1 of 2 | Counter-terrorism police in Britain have arrested two men, one of whom was a researcher in Parliament, under the Official Secrets Act on suspicion of spying for China. File Photo by Andy Rain/EPA-EFE
Sept. 11 (UPI) -- A researcher in Britain's parliament is being investigated by counter-terrorism police after being arrested on suspicion of spying for China.
The man, who is in his 20s and detained in Edinburgh, 410 miles north of London, under the Official Secrets Act, had links to senior conservative MPs involved in foreign policy-making and a security clearance that gave him access to possibly sensitive information.
A second man in his 30s was arrested in Oxford, also under the anti-espionage legislation, London's Metropolitan Police told UPI.
The arrests took place back in March with both men having been freed on bail until a date in early October.
"The investigation is being carried out by officers from the Met's Counter Terrorism Command, which has responsibility for investigations relating to allegations of Official Secrets Act and espionage-related offenses," said the Met.
The researcher had access to security minister Tom Tugendhat, foreign affairs committee chair Alicia Kearns and others, the Sunday Times first reported. The two MPs, both outspoken critics of China, have yet to respond.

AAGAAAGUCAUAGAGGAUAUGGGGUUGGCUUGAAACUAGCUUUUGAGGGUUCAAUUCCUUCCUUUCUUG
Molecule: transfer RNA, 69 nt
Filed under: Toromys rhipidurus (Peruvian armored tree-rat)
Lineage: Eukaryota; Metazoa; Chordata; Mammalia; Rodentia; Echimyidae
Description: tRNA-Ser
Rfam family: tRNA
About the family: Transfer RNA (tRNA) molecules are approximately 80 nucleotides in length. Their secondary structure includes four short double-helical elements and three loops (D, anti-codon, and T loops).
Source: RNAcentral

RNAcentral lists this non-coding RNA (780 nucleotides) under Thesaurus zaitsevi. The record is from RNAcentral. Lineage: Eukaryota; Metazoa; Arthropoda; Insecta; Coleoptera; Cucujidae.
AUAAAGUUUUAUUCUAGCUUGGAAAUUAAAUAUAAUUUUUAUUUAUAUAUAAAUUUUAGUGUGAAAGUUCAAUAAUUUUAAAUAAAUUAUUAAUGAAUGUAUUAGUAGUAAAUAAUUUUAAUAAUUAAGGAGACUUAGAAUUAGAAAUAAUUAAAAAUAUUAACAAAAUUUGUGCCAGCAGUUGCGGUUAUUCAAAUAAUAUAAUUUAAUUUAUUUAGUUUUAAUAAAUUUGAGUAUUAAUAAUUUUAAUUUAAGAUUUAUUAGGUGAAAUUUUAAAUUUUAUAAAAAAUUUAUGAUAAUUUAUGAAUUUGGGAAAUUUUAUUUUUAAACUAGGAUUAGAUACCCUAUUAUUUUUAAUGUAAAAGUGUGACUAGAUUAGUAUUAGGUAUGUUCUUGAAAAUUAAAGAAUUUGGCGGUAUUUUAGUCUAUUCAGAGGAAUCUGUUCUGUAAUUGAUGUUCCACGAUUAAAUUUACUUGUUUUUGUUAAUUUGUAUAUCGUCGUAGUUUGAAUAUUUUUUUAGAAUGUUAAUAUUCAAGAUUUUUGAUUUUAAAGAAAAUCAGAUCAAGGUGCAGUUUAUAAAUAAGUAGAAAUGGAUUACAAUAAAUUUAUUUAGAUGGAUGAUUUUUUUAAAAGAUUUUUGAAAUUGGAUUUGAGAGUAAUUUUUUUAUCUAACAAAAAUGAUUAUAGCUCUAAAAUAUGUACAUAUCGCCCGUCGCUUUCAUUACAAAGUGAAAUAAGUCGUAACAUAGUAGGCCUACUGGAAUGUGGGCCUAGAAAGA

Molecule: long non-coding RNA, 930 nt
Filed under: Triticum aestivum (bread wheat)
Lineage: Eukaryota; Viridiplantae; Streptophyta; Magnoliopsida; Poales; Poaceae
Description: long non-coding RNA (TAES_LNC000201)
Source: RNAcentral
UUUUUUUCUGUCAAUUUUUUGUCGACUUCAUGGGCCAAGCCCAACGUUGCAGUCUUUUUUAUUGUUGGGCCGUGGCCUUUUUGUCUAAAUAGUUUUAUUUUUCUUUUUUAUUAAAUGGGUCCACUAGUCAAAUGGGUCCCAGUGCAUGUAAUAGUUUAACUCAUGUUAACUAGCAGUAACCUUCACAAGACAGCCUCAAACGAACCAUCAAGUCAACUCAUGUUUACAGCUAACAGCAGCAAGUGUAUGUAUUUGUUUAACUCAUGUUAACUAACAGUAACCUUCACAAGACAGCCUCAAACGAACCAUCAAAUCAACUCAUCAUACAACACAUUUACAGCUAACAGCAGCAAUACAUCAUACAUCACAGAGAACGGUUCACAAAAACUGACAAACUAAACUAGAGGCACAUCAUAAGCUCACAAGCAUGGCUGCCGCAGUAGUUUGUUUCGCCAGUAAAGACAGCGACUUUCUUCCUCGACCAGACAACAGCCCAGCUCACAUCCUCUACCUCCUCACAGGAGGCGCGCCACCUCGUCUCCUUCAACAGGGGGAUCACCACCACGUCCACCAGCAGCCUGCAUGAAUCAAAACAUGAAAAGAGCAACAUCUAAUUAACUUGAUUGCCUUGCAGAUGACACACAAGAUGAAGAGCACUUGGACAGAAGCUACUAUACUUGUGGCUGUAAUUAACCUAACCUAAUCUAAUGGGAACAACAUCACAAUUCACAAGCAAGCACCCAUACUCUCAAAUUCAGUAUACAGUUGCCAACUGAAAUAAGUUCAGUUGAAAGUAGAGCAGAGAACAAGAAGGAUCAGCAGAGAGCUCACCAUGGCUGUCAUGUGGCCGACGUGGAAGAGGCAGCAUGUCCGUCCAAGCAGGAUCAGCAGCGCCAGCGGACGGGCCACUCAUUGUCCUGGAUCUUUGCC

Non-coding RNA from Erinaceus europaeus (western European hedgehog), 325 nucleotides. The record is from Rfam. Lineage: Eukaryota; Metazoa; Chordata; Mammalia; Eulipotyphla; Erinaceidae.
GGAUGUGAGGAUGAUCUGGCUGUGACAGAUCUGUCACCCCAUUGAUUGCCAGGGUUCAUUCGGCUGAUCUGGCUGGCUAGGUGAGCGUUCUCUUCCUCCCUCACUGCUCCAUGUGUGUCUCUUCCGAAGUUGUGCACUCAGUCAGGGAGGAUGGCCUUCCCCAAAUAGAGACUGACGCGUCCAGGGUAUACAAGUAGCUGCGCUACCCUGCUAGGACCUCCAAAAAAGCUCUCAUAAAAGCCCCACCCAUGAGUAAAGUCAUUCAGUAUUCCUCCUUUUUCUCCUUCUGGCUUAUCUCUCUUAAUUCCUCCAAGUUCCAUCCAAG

Hours later, Prime Minister Rishi Sunak challenged China over "interference" in British democracy in a meeting Sunday with Chinese Premier Li Qiang on the sidelines of the G20 summit in New Delhi.
"I obviously can't comment on the specifics of an ongoing investigation but with regard to my meeting with Premier Li, what I said very specifically is that I raised a range of different concerns that we have in areas of disagreement, and in particular, my very strong concerns about any interference in our parliamentary democracy, which is obviously unacceptable."
China's version of the meeting made no mention of the issue but its embassy in London forcefully denied the accusation.
"The claim that China is suspected of 'stealing British intelligence' is completely fabricated and nothing but malicious slander," an embassy spokesperson said.
"We firmly oppose it and urge relevant parties in the U.K. to stop their anti-China political manipulation and stop putting on such self-staged political farce."
The Hong Kong-born former international development minister Rory Stewart said Britain must take the issue of protecting itself from Chinese and Russian espionage efforts much more seriously.
"It's in the interests of authoritarian states to weaken countries like the United Kingdom, so we should be very, very cautious," he said.
"People with strong links to the Chinese Communist Party have been giving money to Labour MPs and employing former Conservative MPs," he added, calling for an urgent review of the issuing of parliamentary passes and the way MPs are funded.